Miranda Lupion’s Presentation on the Weaponization of Digital Russian-Language News Wins Council’s Student Research Conference

Miranda Lupion presenting at the Carnegie Council Student Research Conference. Photo: Amanda Ghanooni.

There is a pressing need for research on the Kremlin’s foreign language digital news outlets, such as Sputnik and RT, as well as on Moscow’s use of social media and the infamous ‘trolls.’

Carnegie Council for Ethics in International Affairs is pleased to announce that Miranda Lupion’s presentation was selected as the winner of the Council’s third annual Student Research Conference. The title is “The Grey War of Our Time: Information Warfare and the Kremlin’s Weaponization of Digital Russian-Language News.”

“There is a pressing need for research on the Kremlin’s foreign language digital news outlets, such as Sputnik and RT, as well as on Moscow’s use of social media and the infamous ‘trolls,'” wrote Lupion in a follow-up interview after the conference.

She spent the summer of 2016 interning at the U.S. Embassy in Moscow, where she focused on digital media. Her research, based on quantitative and qualitative content analysis, compared state-backed news outlets’ coverage of the 2008 Russian-Georgian War to their reporting on the 2014 Crimean annexation.

Based on her findings, Lupion argues that “from 2008 to 2014, Moscow improved its ability to capitalize on the benefits of digital news—namely the unlimited publication space of digital media—to increase the thematic reach and persuasiveness of its coverage.”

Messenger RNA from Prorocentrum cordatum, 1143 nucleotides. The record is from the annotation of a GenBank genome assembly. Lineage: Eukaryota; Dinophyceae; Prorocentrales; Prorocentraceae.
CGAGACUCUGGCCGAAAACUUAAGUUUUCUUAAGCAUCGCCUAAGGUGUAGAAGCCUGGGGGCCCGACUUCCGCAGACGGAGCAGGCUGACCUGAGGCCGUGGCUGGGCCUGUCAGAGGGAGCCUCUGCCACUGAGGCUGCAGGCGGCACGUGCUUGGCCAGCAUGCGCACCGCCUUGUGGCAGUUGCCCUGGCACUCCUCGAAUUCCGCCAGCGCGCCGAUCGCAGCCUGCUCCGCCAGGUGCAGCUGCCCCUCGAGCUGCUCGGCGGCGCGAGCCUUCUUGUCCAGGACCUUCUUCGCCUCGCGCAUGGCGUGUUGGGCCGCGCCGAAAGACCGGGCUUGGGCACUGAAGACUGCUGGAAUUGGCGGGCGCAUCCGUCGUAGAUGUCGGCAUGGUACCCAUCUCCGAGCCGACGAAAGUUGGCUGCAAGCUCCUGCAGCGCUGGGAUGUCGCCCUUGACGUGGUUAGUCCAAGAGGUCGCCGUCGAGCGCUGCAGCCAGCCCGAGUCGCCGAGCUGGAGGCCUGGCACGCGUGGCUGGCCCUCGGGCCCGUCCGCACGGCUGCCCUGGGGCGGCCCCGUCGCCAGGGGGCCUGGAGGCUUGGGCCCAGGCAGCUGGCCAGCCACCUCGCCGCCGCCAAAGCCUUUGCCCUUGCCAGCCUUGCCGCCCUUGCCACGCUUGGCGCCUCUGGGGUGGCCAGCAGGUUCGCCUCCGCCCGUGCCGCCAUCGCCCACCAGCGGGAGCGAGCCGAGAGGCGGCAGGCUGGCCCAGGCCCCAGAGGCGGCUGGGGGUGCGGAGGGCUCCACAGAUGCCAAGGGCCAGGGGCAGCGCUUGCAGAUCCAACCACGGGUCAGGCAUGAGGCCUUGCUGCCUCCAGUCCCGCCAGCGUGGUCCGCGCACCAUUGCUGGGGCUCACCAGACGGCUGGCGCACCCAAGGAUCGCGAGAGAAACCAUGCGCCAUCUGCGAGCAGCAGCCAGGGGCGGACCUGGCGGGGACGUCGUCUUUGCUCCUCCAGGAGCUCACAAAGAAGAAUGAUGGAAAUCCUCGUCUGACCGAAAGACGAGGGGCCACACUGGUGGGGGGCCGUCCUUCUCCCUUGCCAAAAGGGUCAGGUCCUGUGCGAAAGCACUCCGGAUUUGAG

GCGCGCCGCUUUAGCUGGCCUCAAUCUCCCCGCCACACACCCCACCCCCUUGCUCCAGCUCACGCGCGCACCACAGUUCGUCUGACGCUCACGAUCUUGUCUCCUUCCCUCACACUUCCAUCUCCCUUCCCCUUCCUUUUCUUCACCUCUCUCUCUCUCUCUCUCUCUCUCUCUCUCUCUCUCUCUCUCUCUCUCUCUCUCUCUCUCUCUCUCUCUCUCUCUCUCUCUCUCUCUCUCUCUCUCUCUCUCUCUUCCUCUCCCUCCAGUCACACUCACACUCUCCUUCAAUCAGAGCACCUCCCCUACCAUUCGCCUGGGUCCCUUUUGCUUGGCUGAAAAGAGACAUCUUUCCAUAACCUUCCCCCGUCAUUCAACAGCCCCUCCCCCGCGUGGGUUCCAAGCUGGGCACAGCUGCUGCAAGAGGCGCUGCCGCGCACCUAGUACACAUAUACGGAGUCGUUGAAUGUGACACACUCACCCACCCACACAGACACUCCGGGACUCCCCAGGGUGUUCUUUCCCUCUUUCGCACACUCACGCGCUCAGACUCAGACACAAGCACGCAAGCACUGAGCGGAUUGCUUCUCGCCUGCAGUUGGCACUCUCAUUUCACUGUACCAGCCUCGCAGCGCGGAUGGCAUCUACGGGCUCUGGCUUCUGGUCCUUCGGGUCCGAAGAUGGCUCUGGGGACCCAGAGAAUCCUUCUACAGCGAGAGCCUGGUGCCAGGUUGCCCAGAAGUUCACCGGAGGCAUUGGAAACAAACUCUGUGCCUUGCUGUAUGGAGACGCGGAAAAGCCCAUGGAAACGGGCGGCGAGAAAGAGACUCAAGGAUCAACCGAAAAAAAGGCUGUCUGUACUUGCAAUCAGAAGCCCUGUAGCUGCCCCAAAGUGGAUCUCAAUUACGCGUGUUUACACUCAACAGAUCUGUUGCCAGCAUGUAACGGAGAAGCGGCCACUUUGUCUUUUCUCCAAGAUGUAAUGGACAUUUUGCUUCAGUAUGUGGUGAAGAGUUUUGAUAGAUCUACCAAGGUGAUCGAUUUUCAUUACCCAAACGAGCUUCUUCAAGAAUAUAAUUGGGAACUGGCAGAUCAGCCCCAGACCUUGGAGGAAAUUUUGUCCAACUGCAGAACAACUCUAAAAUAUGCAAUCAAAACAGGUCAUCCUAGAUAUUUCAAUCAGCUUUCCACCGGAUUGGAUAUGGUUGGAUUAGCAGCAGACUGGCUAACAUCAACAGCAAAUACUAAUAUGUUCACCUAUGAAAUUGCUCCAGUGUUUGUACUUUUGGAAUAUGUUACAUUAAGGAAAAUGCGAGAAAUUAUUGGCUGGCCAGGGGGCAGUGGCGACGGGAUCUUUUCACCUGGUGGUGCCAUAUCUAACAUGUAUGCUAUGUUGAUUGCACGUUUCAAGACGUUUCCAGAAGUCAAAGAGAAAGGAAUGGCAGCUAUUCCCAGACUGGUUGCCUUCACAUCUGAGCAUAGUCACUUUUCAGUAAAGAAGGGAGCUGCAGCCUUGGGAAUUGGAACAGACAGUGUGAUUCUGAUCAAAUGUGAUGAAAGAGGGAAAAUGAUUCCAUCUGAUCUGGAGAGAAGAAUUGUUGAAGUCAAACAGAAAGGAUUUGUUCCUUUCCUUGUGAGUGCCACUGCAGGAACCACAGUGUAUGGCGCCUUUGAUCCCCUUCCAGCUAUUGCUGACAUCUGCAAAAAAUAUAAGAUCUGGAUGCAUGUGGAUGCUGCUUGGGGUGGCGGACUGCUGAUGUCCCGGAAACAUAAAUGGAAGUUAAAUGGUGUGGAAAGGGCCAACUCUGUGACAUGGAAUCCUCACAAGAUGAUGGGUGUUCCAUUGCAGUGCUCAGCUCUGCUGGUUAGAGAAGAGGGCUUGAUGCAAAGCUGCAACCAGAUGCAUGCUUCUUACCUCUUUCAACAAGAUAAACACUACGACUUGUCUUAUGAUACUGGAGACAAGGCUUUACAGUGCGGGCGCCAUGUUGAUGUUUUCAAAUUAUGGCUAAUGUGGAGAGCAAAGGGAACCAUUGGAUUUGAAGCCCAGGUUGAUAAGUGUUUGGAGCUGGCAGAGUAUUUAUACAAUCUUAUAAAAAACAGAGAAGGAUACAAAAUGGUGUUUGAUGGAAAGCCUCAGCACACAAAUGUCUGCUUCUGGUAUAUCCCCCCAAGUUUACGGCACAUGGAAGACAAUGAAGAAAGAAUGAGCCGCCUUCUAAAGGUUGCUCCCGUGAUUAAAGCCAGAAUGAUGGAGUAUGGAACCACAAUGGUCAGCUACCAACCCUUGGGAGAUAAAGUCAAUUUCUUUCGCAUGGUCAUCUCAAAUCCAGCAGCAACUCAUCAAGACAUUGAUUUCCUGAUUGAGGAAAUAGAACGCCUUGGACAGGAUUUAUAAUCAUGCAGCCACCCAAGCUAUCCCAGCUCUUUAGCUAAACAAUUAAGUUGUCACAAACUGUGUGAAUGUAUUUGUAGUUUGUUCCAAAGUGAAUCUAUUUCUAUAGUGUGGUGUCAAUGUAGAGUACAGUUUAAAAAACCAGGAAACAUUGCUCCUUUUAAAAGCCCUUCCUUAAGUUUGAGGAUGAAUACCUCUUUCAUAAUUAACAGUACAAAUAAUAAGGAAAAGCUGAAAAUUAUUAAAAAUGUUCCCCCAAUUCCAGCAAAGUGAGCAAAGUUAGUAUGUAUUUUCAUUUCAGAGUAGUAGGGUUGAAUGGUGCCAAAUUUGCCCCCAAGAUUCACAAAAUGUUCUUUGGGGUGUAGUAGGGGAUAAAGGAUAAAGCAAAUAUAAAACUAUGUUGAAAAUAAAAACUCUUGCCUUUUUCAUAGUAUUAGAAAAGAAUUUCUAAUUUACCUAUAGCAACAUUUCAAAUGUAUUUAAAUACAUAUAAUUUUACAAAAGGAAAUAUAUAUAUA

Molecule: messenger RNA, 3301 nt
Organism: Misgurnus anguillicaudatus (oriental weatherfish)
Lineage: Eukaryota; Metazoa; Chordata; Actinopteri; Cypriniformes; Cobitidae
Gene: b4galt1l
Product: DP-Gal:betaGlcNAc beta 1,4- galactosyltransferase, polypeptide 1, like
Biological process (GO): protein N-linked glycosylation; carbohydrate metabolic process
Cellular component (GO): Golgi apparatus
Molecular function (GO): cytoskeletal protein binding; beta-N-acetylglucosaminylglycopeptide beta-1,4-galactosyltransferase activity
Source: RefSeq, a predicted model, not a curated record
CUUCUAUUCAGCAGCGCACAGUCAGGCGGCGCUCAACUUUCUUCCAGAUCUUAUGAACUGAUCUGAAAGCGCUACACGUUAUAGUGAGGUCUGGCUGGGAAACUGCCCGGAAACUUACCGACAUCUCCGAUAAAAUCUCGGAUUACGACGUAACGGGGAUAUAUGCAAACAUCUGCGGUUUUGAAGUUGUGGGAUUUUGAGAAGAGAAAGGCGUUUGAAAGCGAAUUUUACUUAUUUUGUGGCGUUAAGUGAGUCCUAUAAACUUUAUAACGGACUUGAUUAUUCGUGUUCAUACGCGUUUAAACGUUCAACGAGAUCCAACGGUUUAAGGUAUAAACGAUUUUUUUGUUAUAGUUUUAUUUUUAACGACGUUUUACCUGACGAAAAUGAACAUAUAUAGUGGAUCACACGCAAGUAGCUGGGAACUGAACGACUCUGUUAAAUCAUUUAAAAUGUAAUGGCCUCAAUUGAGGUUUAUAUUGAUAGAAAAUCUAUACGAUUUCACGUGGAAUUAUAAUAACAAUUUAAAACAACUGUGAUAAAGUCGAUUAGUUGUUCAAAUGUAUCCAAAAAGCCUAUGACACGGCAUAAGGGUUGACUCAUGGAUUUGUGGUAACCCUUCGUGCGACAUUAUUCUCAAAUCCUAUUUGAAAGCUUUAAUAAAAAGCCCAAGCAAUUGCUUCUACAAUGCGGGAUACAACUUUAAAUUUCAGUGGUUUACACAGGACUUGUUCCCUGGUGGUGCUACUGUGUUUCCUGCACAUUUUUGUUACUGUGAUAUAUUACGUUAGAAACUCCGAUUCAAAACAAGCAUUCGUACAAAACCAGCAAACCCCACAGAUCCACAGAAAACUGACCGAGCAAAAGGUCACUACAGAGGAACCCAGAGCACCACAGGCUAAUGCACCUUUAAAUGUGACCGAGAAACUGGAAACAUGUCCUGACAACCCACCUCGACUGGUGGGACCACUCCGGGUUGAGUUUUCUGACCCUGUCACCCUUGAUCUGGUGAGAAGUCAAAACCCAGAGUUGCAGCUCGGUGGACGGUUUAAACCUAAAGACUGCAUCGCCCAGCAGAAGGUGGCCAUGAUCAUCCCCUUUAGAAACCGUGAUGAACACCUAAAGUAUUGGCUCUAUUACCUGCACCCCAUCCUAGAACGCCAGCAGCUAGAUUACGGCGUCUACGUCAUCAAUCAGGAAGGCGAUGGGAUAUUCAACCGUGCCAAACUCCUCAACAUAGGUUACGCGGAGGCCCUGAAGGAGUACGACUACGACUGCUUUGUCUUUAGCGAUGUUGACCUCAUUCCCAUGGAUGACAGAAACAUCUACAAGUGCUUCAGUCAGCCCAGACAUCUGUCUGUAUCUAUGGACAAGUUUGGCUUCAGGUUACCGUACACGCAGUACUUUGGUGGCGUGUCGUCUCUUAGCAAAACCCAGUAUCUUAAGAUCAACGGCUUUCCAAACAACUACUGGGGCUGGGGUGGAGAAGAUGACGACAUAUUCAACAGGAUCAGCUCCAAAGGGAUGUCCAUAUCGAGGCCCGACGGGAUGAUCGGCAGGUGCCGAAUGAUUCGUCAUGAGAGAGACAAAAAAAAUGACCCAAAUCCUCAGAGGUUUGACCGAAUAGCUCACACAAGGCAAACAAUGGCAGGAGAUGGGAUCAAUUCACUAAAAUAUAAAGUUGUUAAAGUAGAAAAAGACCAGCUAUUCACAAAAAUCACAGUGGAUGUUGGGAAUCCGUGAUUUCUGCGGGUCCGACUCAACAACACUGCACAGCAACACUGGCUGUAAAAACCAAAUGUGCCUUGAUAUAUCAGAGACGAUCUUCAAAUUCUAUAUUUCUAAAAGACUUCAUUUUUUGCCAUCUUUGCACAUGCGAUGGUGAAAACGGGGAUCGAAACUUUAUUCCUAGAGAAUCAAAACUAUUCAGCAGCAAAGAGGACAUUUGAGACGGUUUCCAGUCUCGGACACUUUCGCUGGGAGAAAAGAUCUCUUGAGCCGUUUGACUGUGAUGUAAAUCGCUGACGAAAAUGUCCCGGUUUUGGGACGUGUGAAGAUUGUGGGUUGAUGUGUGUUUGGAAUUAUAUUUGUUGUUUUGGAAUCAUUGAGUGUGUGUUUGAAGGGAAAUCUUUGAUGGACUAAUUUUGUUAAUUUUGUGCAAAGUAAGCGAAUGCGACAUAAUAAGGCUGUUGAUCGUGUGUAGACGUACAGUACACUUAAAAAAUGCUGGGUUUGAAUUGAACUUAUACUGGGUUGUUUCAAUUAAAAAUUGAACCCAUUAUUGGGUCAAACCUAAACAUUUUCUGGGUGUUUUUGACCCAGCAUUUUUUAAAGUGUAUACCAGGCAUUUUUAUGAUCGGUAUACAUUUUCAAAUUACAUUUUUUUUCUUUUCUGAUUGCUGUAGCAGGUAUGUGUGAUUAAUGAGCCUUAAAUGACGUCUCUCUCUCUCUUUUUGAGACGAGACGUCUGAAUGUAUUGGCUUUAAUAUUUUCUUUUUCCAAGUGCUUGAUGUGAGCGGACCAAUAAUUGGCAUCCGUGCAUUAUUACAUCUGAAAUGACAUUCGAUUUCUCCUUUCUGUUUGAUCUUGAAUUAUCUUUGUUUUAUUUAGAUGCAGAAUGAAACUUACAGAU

In 2017, she graduated Phi Beta Kappa from the University of Pennsylvania with a BA in international relations and Russian language. Read the full interview with Lupion here: https://www.carnegiecouncil.org/publications/articles_papers_reports/the-grey-war-of-our-time-information-warfare-and-the-kremlin-s-weaponization-of-digital-russian-language-news

“Since we launched this annual conference three years ago, the interest from students from all over in participating has grown and remains strong,” said Carnegie Council Senior Fellow Devin Stewart, who organized the conference. “Five East Coast universities were represented this year out of a pool of applications from 13 institutions, and the quality of each presentation was astonishing. One of the judges noted that the level of sophistication surpassed some academic conferences he’s attended.

“Student participants also told us they enjoyed making new contacts and presenting their research among peers during the event. We heard about scholarly findings on a variety of topics, including humanitarian intervention, youth exclusion, information warfare, cyber security, refugee resettlement, and the national memory of slavery.”

The Student Research Conference, which took place on May 3, 2017, consisted of a networking session followed by 10-minute presentations on…

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